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Fight Between a Bull and a Tiger. A Sorry Fiasco. Carnival Sunday.

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February 8th.

It seems peculiar to see the moon standing directly overhead o'nights, and casting a shadow of one's self that is without meaning. I never yet realized we had so little shape before, looking from above, as when I saw this new species of shadow the other night, and was really sorry that the angels never had a chance to look at us from a better point of view.

To be politic, and begin with the weather as usual, a cold snap lately has given everyone tha "grippe." The mercury actually stood at 74º all one day, and couldn't be coaxed to go higher. Think of the suffering that such low temperature would occasion among a people who have no furnaces or open fireplaces. You may think I am facetious, but 74º in the Philippines means a great deal to people who are always accustomed to 95º.

The opera talk continues, and "Fra Diavolo" was most succesfully performed to a crowded house the other evening. "The Barber of Seville" was given Sunday night with equal éclat, and the prima donna was a star of the first water, whose merits were recognized in the presentation of some huge flower pieces, probably paid for by herself. But the opera has had a rival, and those who are not so musically inclined have spent most of their spare moments in discussing the great bull and tiger fight which took place Sunday afternoon.

It was a queer show, and not altogether edifying. The old bullring, squatting out in the ricefields of Ermita suburb, was to be used for the last time, and the occasion was to be of unusual interest, since the flaming posters announced, in grown-up letters:


Grand Fight to the Death between Full-blooded
Spanish Bull,and Royal Bengal Tiger,
Direct from the Jungles of India.

For days before the show came off, conversation in the cafés along the Escolta invariably turned to the subject of the coming exhibition, and it was evident that the managers fully intended both to reap a large harvest of heavy dollars and to wind up the career of the bullring association in a blaze of blood and glory.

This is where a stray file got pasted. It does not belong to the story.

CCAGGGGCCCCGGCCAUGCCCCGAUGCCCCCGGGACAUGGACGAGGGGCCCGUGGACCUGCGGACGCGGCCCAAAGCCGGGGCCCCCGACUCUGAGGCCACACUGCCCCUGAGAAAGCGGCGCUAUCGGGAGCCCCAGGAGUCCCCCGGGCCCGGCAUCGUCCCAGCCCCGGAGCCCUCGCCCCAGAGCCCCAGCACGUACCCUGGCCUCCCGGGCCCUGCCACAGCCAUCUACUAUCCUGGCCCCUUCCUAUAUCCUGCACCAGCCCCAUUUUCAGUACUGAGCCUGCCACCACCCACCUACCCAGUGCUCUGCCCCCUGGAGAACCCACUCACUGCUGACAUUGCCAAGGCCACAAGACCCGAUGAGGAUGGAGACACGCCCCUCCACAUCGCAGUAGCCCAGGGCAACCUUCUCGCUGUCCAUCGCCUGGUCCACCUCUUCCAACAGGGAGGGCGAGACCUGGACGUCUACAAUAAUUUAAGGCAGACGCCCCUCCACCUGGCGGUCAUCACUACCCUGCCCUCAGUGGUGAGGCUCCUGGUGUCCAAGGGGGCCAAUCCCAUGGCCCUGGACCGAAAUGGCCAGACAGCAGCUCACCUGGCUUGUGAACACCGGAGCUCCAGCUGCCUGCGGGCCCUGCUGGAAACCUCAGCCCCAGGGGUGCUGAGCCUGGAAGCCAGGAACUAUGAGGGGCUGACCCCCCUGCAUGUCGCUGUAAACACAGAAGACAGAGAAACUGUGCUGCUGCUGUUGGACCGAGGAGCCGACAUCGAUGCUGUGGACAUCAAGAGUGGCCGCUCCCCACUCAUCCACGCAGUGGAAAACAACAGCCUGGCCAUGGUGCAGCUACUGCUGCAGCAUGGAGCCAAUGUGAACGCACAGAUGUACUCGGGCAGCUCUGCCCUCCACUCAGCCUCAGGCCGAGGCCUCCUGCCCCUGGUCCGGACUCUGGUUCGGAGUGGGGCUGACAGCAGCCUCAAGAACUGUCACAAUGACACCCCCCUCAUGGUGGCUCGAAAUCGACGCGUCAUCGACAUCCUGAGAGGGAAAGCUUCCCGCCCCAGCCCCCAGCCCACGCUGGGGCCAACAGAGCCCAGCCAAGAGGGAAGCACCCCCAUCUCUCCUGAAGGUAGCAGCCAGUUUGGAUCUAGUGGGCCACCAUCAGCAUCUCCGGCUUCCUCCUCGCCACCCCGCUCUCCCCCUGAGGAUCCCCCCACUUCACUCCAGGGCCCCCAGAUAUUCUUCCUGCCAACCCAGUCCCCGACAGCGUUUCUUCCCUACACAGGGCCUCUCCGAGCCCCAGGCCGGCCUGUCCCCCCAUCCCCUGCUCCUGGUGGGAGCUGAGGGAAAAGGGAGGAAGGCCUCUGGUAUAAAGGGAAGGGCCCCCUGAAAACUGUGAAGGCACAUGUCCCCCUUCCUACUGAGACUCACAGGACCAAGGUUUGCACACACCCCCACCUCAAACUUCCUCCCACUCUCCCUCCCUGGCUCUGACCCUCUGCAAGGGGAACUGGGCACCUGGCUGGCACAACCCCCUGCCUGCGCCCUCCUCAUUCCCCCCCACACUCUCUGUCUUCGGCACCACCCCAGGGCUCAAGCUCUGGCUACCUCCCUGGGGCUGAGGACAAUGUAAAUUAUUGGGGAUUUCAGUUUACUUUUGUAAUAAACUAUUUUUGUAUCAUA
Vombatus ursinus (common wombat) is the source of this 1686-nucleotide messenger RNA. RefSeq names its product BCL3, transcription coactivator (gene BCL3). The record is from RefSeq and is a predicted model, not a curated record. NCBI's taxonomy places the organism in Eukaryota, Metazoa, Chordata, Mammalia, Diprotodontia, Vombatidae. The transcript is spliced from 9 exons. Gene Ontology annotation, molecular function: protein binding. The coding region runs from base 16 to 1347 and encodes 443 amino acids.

The steaming Sunday afternoon found everybody directing his steps toward the wooden structure which consisted of a lot of rickety seats piled up around a circular arena. The reserved sections were covered with a light roof, to keep off the afternoon sun, but the bleaching boards for those that held only "biletes de sol" were exposed to the blinding glare. The audience, a crowd of three thousand persons, with dark faces showing above suits of white sheeting, found the center of the ring ornamented with a huge iron cage some two rods square, while off at the sides were smaller cages containing the "fieras," or wild beasts.

The show opened amid breathless excitement, with an exhibition of panthers, and a man dressed in pink tights ate dinner in the big cage, after setting off a bunch of firecrackers under one of the "fieras," who didn't seem inclined to wake up enough to lick his chops and make-believe masticate somebody. The daring performer lived to digest his glass of water, with one cracker thrown in, and a deer was next introduced into the enclosure. The panther, at command of the keeper to get to business, seemed unwilling to attack his gentle foe, and on cotinued hissing from the big audience, the two animals were at length withdrawn.